Yoga & The Science of Stress

Fire up your nerves for good health!

I’m intrigued with the incredible workings of the human body. I love the intricacies and the interplay that goes on, and I’m so impressed how this all carries on without any conscious input of our part. It seems that a whole lot of physical problems come about by our interference in its smooth running. We eat and drink too much, too little, wrong kind. We exercise not enough, too much, wrong way. We sleep too much, too little. And here’s the big one – we STRESS. TOO. MUCH.

Long term or frequent stress can negatively impact on all functions of the body. Indeed it is estimated that chronic stress over an extended period of time can do as much damage to your body as smoking, poor eating habits and lack of exercise. Some medical analysts also hypothesize that 90% of all immune related illness is caused by stress. The problems associated with long term stress are usually brought about by the body not being able to return to a stable condition; it stays on high alert and the stress hormones keep circulating round the body causing an ongoing highly alert state and gradually eroding our health.

All is not lost, however, yoga to the rescue!

There are so many ways yoga asanas, yoga breathing, relaxation, meditation and yoga wisdom can help on a physical, mental and emotional level to sustain the smooth running of the body. One very important player is our own inbuilt super hero, the vagus nerve. This month I am revealing my secret love affair with the vagus nerve.

Okay so we all are familiar with those anxiety/stress hormones adrenalin and cortisone which rush around causing confused thinking, fast heart beat and nervousness. Well the vagus nerve does the opposite. When it is activated it quietens everything down and brings us back to calmness.

In an ideal world the two opposites of the nervous system work in synchrony, the stress passes the vagus nerve activates and comfort returns. However all too often the vagus- enhancing-ideal-world is replaced with deadlines, rushing, pressure, anxiety and fear and we remain on high alert, creating for ourselves the possibilities of heart disease, high blood pressure, memory loss, relationship problems, mental disorders, digestive issues, anxiety attacks, auto-immune diseases and yes, even cancer.

Not only do external circumstances, and our reaction to them, affect the smooth activation of our friend the vagus, but also posture. The vagus nerves runs down each side of the neck from the base of the brain. As well as injuries like whiplash, strained muscles and bulging discs, our vulnerable neck is prone to what is known as ‘tech-neck’. This develops amongst users of electronic devices such as hand held phones, iPads and laptops. The head is habitually held in a forward position and to bring the face up to horizontal, the back of the neck has to compress which prevents the vagus nerve from properly activating and leaving us prone to indigestion, depression and anxiety. The good posture as taught in Mountain Pose is important not only for the health of our joints and muscles but also so our vagus nerve can properly activate.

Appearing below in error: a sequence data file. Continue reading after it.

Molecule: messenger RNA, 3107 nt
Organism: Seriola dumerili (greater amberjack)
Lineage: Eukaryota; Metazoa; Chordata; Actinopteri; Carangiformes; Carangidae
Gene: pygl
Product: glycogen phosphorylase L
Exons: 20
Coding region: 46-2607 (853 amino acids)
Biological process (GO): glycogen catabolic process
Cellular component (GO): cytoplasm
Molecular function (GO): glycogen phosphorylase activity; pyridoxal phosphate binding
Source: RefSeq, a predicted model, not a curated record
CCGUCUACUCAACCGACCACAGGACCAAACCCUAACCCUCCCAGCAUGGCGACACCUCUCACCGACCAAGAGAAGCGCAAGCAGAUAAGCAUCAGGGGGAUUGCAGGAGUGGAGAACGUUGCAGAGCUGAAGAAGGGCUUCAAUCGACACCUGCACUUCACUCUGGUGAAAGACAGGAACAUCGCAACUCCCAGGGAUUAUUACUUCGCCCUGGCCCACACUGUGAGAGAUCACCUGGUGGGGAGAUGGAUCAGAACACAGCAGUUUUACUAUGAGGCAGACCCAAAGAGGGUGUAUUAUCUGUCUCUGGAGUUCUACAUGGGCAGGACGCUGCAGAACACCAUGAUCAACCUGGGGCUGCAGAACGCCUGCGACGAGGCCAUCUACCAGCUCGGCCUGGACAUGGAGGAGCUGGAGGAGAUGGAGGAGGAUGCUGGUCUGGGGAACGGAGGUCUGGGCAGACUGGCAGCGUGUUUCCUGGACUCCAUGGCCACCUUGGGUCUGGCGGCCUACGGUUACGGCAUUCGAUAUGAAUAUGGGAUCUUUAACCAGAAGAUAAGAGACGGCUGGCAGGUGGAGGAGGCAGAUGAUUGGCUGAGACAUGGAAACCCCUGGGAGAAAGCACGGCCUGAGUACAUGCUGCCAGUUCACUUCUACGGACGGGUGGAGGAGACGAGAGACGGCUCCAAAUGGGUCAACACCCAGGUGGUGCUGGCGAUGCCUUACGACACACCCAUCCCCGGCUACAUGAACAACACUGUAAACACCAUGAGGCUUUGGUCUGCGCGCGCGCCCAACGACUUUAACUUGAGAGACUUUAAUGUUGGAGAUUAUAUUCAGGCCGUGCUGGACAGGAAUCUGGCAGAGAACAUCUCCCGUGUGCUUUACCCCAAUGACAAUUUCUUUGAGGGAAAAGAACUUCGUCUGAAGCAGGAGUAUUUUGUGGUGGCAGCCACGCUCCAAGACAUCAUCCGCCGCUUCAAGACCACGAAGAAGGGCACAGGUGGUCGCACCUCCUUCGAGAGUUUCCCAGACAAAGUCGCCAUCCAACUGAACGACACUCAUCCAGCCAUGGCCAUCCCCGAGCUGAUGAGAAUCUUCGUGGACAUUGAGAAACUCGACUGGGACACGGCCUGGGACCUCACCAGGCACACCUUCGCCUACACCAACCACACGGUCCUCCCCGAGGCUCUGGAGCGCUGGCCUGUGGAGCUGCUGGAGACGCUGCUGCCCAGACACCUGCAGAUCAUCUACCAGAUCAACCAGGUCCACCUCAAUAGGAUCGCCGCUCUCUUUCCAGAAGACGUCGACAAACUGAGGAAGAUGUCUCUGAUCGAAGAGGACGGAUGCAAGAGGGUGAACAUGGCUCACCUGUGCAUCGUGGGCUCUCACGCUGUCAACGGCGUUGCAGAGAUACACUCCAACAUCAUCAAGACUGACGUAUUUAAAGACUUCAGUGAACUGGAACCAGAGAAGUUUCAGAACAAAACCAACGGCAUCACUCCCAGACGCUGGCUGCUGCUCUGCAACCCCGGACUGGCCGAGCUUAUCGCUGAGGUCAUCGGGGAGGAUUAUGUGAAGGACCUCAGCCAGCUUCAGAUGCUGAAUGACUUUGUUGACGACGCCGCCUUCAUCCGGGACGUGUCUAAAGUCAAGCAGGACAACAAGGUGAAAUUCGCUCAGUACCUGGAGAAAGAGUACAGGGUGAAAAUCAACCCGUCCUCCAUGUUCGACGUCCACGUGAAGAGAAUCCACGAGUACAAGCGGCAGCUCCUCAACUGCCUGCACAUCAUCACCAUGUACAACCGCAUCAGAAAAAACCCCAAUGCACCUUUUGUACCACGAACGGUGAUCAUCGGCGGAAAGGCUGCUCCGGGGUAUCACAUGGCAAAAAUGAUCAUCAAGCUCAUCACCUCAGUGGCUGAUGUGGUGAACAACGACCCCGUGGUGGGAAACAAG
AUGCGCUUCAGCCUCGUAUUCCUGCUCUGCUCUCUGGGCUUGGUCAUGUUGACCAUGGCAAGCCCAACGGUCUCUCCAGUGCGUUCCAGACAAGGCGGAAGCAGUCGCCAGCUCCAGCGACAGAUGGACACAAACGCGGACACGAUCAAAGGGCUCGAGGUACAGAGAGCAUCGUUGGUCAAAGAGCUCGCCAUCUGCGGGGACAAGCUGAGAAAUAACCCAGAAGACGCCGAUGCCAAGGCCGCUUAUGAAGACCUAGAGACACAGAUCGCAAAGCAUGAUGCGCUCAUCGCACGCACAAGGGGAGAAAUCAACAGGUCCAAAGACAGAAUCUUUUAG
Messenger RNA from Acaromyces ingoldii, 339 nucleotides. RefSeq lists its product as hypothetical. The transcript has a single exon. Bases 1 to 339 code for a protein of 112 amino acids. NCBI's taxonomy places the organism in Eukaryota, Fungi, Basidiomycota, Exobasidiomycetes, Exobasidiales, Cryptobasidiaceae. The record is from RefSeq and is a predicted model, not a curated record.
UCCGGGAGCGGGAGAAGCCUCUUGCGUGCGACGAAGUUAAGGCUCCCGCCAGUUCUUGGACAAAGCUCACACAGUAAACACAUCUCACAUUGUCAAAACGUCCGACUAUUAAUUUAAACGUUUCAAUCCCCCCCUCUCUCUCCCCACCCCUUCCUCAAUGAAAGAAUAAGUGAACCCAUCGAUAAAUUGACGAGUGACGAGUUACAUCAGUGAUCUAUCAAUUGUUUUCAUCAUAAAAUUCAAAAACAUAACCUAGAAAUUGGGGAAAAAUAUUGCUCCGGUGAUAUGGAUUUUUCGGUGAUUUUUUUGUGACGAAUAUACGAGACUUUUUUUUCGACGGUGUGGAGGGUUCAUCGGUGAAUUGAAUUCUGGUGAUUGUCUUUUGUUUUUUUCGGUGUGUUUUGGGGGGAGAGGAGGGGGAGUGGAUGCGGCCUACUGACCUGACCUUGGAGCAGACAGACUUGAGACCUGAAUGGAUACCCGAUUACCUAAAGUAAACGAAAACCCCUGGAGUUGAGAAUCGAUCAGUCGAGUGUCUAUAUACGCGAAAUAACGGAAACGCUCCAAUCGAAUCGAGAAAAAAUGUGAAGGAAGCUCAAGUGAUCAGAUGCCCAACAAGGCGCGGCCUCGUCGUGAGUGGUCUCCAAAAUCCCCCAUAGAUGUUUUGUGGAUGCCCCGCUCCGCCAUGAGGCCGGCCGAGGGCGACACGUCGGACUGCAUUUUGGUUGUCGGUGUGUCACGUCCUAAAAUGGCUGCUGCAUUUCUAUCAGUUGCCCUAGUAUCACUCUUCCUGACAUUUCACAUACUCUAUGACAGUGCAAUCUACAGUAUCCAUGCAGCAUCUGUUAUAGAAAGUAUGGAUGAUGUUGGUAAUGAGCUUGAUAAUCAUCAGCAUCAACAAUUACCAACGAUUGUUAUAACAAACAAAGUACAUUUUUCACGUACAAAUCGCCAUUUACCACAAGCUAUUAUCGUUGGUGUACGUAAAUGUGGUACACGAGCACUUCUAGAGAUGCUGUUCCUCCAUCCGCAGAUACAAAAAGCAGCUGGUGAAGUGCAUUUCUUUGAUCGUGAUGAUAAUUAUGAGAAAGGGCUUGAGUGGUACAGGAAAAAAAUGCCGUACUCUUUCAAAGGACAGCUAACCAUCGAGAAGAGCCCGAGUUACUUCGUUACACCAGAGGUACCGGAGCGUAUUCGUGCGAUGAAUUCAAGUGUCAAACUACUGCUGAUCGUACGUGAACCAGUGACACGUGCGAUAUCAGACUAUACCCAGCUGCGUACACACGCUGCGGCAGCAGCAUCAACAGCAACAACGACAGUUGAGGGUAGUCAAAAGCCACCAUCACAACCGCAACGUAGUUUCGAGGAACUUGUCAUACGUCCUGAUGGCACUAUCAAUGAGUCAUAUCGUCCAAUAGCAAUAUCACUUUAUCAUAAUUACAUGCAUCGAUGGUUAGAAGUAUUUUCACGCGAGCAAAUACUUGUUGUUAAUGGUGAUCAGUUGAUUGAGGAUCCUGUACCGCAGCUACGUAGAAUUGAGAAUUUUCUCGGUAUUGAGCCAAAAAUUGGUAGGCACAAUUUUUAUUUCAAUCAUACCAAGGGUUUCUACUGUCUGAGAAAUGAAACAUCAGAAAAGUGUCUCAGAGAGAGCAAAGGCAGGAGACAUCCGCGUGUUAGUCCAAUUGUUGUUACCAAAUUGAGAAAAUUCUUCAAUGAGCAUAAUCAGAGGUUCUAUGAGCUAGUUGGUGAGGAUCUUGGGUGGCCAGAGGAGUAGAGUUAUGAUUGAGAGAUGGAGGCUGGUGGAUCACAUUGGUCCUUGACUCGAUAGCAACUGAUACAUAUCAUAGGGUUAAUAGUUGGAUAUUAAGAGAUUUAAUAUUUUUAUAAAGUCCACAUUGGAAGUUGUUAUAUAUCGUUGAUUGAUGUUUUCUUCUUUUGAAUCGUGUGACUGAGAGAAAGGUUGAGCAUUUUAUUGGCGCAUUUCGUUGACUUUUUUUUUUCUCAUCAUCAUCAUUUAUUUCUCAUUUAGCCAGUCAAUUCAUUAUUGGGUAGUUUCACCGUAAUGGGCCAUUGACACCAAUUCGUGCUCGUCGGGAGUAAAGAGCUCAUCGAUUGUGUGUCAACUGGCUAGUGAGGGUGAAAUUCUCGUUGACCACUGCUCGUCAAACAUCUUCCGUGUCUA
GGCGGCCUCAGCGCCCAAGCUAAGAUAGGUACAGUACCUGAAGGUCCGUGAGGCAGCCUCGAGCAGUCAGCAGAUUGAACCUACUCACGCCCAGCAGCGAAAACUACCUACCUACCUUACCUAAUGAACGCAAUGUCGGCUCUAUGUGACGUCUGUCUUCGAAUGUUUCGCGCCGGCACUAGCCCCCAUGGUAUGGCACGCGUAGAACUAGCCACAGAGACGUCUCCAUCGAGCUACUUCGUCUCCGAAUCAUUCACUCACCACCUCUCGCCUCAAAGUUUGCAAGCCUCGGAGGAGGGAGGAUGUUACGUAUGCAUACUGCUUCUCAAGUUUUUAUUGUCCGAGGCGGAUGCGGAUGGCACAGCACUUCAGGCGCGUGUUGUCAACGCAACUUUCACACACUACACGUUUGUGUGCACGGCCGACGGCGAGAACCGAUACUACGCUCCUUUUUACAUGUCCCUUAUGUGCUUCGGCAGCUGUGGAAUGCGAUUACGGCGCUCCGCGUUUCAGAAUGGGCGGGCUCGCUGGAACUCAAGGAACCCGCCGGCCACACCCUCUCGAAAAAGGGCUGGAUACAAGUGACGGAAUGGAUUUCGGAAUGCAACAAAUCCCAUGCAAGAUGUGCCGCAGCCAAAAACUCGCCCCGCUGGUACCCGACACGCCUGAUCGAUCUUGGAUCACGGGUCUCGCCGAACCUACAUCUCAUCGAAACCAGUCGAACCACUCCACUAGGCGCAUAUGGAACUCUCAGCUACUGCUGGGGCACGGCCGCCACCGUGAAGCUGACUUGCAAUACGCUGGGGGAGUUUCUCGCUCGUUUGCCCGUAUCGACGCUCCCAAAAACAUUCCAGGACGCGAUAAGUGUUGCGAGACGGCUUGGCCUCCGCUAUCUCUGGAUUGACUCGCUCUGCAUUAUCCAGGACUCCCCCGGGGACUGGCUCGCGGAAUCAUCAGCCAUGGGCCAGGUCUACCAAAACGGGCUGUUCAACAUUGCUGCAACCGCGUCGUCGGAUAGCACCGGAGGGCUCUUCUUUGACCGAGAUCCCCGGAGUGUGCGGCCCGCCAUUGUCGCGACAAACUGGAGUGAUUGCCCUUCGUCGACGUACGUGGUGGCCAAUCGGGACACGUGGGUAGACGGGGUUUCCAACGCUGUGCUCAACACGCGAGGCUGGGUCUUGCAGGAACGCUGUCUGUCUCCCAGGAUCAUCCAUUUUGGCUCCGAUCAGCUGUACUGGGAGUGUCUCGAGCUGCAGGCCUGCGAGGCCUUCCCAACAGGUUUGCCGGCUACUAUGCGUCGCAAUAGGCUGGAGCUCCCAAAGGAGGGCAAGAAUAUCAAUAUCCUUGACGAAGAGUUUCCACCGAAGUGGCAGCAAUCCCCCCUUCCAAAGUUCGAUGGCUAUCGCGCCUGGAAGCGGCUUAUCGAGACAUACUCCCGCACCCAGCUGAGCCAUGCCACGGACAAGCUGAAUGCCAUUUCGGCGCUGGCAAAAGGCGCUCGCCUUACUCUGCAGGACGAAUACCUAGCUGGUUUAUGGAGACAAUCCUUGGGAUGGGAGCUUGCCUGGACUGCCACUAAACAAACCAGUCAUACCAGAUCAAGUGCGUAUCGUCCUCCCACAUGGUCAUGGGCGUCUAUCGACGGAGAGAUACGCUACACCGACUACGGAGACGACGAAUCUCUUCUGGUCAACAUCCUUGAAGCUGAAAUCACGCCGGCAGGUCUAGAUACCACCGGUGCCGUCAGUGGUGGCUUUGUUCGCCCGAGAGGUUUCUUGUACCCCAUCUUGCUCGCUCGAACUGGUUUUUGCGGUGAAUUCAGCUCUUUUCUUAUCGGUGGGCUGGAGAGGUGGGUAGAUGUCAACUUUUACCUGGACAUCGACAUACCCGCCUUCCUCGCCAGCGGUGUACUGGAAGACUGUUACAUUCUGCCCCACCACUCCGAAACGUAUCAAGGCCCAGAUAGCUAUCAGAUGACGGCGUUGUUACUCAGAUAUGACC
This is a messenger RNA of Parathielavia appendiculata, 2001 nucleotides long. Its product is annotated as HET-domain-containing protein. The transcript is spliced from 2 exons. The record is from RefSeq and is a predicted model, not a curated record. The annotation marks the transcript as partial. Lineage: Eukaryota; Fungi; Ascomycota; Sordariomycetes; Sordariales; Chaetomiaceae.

When we stimulate this nerve a substance called acetylcholine is released. This substance is responsible for memory and learning, it is also calming and relaxing and helps fight depression and anxiety. New research has found that it is a major player in preventing inflammation which is thought to be a reaction to stress and a major player in many illnesses. Exciting new research has also found evidence of how stimulating the vagus nerve can activate our stem cells to repair and rebuild our organs, and another line of research implicates vagus stimulation in allowing our natural feelings of compassion to shine forth. Vagus activation is also credited with normalizing our blood sugar levels, lowering blood pressure, appetite control and preventing cluster headaches.

Several yoga practices can stimulate our vagus nerve. Slowing the breath down with deep slow Complete Yoga Breaths activates the vagus and helps us relax. It is possible to practice many of the yoga poses while using this breath and this will help us achieve to be a wonderfully calm and focused.

Even more of a stimulation to the vagus nerve is achieved by changing the breath ratio of complete yoga breathing. The best ever vagus stimulation is brought about by having the exhalation plus a subsequent retention twice as long as the inhalation. This is particularly useful in yoga poses where we are stretching our muscles. The long outward breath will help our muscles to relax and lengthen without us having to aggressively pull them and risk damage.

Ujjayi Breathing creates a soft constriction of the throat which stimulates the part of the vagus nerve in the neck. A similar but stronger effect is achieved by Brahmari Breathing which uses the voice to vibrate the vagus nerve. Loud singing (chanting of yoga mantras) also stimulates this throat area.

Other simple ways to activate the vagus nerve are sleeping on your right side or even better on your back. Laughter has also been found to increase vagal stimulation as has washing your face in cold water.

We have so many simple ways to better our health through activating this quiet little player. In fact much of our continuing good health is in our own hands.


By Vrndavan Dasi
Founder and Principal of Veda Yoga Teacher Training


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